Cardinal Mayer’s letter to CIEL

Speech by His Eminence Cardinal Mayer
at the fourth C.I.E.L. Colloquium,
in Rome,

March 17, 1999

Conference given by His Eminence Cardinal Mayer, former prefect of
the congregation for divine worship, on the occasion of the officialpresentation of the proceedings of the fourth C.I.E.L. Colloquium, in
Rome, March 17, 1999.

The “Centre International d’Etudes Liturgiques,” the name of which is found
recapitulated under the beautiful sign “CIEL” (heaven), today presents this
fourth volume, the proceedings of the colloquium which took place in October
of 1998, in France, in the diocese of Versailles. I would like to make clear,
for those who do not yet know precisely what this Center is, the
characteristics of the work carried out by C.I.E.L.

By whom was it founded? Why was it founded? By what means does it seek to
accomplish its mission? And what a beautiful mission it is!

By whom was it founded? By faithful laity. Permit me to see in this a “sign of the times,” and a very positive “sign of the times.” Today the idea grows more widespread that the laity must always be contributing to the life of the Church, by taking part – just like missionaries, in the proper sense of the term – in communicating the gift of the faith and the patrimony of the Church, particularly concerning the liturgy. This is to be done in the strictest collaboration with priests who are under the guidance of bishops united with the Pope.

C.I.E.L. was founded, then, by laity. But it is necessary to be precise about this. These are laity who are not rebels, who are not more or less arrogant in the desire for a new Church, but who are profoundly Catholic. In brief, these are laity who profess the faith of the Church in its totality, with orthodoxy, and who accept in the spirit of obedience the entire sacramental, doctrinal, and canonical authority of the Church. They do not place themselves on the same level as official institutions, do not exercise a “parallel magisterium,” do not attribute to themselves any kind of right to regulate and direct the liturgy. But they do, on the other hand, avail themselves of the provisions contained in canon law concerning autonomous associations of the laity, which are free, and in a certain sense encouraged, to make known to ecclesial authority their own desires and perhaps also, sometimes, their own fears.

Why, then, was C.I.E.L. founded? Because these faithful have recognized, sometimes bitterly, the urgent need to provide better information for the faithful in general, particularly as regards the liturgy, since they are given to confusion. Though not in the same way, in all cases, everywhere, but in diverse “strata” of the Catholic people, this confusion has markedly increased and is sadly apparent. There is practical and doctrinal confusion – which one can also observe in discerning the “connection” between the ministerial priesthood and the “royal priesthood” of all the faithful. This confusion is found addressed in the instruction dealing with questions concerning the collaboration of the faithful in the ministry of the priest (published in 1997 and signed by eight heads of Roman dicasteries). The reactions provoked by this instruction are also very significant, and they have made it apparent how necessary it was to intervene.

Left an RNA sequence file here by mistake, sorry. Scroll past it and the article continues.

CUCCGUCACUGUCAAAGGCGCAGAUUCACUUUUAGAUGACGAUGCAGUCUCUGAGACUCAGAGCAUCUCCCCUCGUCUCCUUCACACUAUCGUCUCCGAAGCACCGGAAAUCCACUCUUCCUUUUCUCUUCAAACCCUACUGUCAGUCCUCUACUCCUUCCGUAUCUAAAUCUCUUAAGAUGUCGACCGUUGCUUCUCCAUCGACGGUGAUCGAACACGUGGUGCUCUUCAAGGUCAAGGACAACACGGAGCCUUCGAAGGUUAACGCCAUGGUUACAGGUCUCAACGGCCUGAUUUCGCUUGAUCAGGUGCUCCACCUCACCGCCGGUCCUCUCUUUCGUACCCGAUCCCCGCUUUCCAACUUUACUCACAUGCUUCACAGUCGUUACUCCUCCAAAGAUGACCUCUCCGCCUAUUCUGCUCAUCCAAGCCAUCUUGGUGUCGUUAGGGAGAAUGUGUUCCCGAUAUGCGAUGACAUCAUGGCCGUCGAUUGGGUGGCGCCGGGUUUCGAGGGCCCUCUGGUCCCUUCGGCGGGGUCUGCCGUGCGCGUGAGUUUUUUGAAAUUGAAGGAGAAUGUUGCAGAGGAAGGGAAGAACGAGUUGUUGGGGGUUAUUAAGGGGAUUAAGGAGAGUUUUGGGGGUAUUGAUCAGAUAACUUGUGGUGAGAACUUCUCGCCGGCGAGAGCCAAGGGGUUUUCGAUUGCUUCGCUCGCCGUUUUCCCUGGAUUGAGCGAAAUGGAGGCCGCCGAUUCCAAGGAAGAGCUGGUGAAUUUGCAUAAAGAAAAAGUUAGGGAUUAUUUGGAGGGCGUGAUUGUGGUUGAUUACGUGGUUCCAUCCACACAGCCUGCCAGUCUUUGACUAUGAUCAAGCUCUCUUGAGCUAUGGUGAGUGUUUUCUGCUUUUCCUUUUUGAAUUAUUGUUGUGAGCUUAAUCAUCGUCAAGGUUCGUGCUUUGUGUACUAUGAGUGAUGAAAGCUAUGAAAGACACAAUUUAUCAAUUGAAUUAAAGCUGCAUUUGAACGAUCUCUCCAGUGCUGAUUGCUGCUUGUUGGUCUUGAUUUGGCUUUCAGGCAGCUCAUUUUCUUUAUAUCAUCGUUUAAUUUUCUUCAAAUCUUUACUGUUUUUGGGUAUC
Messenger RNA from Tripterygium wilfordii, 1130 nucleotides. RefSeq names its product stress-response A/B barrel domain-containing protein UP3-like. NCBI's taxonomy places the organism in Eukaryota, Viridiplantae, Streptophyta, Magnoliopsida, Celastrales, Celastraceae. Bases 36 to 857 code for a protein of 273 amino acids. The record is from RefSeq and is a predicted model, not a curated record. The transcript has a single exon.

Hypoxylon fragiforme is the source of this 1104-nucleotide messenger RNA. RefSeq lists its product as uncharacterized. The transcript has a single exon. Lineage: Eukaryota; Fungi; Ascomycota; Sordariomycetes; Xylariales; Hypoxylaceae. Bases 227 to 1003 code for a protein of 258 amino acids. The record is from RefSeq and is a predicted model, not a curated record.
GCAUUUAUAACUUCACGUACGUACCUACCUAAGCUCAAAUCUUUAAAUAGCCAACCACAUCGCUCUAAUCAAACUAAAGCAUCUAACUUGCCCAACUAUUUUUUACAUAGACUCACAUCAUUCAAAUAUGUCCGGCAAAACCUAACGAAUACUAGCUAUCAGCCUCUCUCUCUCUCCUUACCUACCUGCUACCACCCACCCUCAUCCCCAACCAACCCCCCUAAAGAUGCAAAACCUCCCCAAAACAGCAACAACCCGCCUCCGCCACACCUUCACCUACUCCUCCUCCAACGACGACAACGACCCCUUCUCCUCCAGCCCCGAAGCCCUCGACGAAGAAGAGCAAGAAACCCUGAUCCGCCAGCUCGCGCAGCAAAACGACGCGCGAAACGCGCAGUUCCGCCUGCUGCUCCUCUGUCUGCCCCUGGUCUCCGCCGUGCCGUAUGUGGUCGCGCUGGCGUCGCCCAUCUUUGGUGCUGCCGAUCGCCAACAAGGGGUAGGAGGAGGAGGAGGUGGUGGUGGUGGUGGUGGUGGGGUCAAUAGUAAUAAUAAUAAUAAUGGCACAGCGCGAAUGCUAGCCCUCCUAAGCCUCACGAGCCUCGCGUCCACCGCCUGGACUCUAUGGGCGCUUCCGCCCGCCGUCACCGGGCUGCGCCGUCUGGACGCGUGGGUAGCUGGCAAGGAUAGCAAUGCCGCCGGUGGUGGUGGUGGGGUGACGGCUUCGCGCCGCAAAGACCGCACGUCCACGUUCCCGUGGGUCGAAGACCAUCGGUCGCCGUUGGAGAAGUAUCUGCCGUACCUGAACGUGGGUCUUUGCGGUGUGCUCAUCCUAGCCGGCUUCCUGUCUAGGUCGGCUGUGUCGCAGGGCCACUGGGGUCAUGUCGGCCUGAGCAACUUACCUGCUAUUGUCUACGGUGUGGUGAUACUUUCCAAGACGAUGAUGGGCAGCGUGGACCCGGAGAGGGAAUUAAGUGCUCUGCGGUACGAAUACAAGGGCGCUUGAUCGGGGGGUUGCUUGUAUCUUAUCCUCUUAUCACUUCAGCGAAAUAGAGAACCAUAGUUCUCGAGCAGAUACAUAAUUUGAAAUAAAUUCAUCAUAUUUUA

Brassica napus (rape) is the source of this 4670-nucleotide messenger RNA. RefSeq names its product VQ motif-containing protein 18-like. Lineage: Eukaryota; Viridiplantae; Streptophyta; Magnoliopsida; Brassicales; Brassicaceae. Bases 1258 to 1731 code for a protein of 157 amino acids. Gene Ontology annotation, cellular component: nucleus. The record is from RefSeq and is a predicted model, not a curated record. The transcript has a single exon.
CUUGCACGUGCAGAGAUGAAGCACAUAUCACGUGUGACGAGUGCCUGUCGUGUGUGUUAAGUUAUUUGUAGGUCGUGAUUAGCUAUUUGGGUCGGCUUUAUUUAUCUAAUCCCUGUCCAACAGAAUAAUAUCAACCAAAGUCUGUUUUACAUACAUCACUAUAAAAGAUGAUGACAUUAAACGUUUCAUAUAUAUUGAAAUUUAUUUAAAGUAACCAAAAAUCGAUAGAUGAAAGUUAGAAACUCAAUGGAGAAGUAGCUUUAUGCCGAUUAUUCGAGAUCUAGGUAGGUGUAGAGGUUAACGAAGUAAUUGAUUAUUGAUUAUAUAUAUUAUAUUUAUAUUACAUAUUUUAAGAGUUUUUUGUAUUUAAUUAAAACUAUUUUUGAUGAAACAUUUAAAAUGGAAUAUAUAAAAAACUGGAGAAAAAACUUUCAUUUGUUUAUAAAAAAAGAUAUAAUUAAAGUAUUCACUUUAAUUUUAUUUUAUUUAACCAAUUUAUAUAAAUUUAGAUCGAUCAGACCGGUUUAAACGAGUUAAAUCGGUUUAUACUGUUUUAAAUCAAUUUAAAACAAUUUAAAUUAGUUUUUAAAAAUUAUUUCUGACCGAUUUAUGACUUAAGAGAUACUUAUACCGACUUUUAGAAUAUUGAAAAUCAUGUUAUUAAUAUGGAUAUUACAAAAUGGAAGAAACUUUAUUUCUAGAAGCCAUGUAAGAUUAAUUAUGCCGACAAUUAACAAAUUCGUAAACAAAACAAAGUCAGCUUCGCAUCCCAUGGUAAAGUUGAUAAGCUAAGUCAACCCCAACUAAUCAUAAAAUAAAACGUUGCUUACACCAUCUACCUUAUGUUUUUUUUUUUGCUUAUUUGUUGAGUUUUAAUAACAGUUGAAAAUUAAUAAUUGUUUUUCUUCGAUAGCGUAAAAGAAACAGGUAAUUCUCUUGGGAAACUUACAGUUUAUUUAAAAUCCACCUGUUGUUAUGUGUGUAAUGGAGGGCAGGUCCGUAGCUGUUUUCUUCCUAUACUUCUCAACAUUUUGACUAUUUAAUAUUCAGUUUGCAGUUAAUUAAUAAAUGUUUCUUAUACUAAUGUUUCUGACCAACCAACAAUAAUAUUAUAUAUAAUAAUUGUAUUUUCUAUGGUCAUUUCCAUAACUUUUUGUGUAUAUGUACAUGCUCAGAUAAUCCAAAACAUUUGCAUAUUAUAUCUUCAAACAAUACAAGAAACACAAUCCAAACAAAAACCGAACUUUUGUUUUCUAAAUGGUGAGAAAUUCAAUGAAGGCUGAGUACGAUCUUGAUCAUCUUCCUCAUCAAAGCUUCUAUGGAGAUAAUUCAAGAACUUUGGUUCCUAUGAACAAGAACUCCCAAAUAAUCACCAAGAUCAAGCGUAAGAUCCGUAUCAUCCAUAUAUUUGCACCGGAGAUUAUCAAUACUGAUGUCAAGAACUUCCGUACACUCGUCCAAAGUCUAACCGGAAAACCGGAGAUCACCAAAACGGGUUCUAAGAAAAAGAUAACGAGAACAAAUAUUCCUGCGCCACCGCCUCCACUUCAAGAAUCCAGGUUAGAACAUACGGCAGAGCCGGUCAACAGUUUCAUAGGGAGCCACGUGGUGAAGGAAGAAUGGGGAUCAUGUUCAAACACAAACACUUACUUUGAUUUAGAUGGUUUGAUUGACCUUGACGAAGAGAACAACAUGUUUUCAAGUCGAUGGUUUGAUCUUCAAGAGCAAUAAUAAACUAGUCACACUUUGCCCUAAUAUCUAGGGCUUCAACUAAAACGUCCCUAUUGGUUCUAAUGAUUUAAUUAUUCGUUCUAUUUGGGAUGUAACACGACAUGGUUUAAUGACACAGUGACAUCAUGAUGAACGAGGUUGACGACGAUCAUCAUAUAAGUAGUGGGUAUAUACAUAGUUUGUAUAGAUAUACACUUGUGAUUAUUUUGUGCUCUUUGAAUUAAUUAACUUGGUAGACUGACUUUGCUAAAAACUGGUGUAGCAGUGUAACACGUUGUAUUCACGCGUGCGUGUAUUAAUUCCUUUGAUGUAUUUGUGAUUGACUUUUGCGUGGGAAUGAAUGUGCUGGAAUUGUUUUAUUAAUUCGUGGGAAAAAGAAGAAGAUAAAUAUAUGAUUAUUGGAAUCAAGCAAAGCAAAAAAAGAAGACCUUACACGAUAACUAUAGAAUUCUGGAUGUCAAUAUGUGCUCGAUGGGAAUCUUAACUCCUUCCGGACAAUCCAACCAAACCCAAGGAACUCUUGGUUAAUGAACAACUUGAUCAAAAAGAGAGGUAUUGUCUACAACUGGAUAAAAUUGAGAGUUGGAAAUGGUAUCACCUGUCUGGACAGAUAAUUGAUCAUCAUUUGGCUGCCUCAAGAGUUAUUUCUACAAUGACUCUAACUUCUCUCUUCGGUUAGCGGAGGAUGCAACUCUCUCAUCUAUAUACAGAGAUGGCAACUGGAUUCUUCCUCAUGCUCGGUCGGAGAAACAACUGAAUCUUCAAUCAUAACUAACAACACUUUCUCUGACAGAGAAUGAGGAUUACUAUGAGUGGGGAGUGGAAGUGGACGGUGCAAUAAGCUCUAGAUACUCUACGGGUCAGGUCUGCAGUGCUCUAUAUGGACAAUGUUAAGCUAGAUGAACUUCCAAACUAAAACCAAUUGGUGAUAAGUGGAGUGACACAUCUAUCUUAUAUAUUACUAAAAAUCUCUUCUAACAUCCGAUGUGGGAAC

And now, by what means does C.I.E.L. attempt to achieve, to abide by, and to carry out its mission? By seeking to maintain contact with everyone, in the broadest manner possible, and in seeking personal contact with numerous bishops. This last must be emphasized because personal contact is a great help; it opens hearts, and the spirit, to mutual understanding. In addition, the high-level university professors who participate in the colloquia, impart a scientific note to the work, as well as an interdisciplinary character, an avowed and accentuated internationalization, and an “internationality” of publication. In fact, the proceedings are printed in three languages, namely, French, English, and German, and thus they benefit from a steadily broadening distribution.

And so we arrive at this fourth volume, entitled The Ministerial and Common Priesthood in the Eucharistic Celebration. It follows the three previous volumes, which concerned themselves with themes of no less importance. One observes that this lay association has understood how to bring these particularly crucial themes “up to date.”

The proceedings of 1995, The Liturgy, Treasure of the Church, presents to us the splendor of the liturgy, and its magnificence. Even if it is sometimes delivered into the hands of everyone’s own “unauthorized creativity,” the liturgy remains always a treasure of the Church and consequently must be considered with great veneration and great delicacy.

The proceedings of 1996, The Veneration and Administration of the Eucharist, confronts us with the central mystery of ecclesial life.

The proceedings of 1997, Altar and Sacrifice, has a very significant title in that it makes clear immediately that it concerns not just a “table,” or a “banquet,” or a “meal,” but an altar, which evokes a sacrifice.

The themes of the colloquia provide a witness to the perception of the “delicate” problems that concern the Church of today in the domain of the liturgy and equally in those of doctrine, faith, and pastoral matters.

Needless to say, it is not possible here to evoke all the riches afforded by the “contributions” to this fourth volume.

Nevertheless, it is necessary to single out the “claim” made on behalf of the Catholic priesthood which is developed in this fourth volume, where it is a question of the priesthood of Christ, the unique participation in our ministerial priesthood of the unique priesthood of Christ. The volume courageously faces the controversy – loud enough in our time – regarding this priesthood, a controversy coming from the outside, as it always has come, not diminished, even sometimes more pronounced, but coming today also from within the Church, which is more painful still.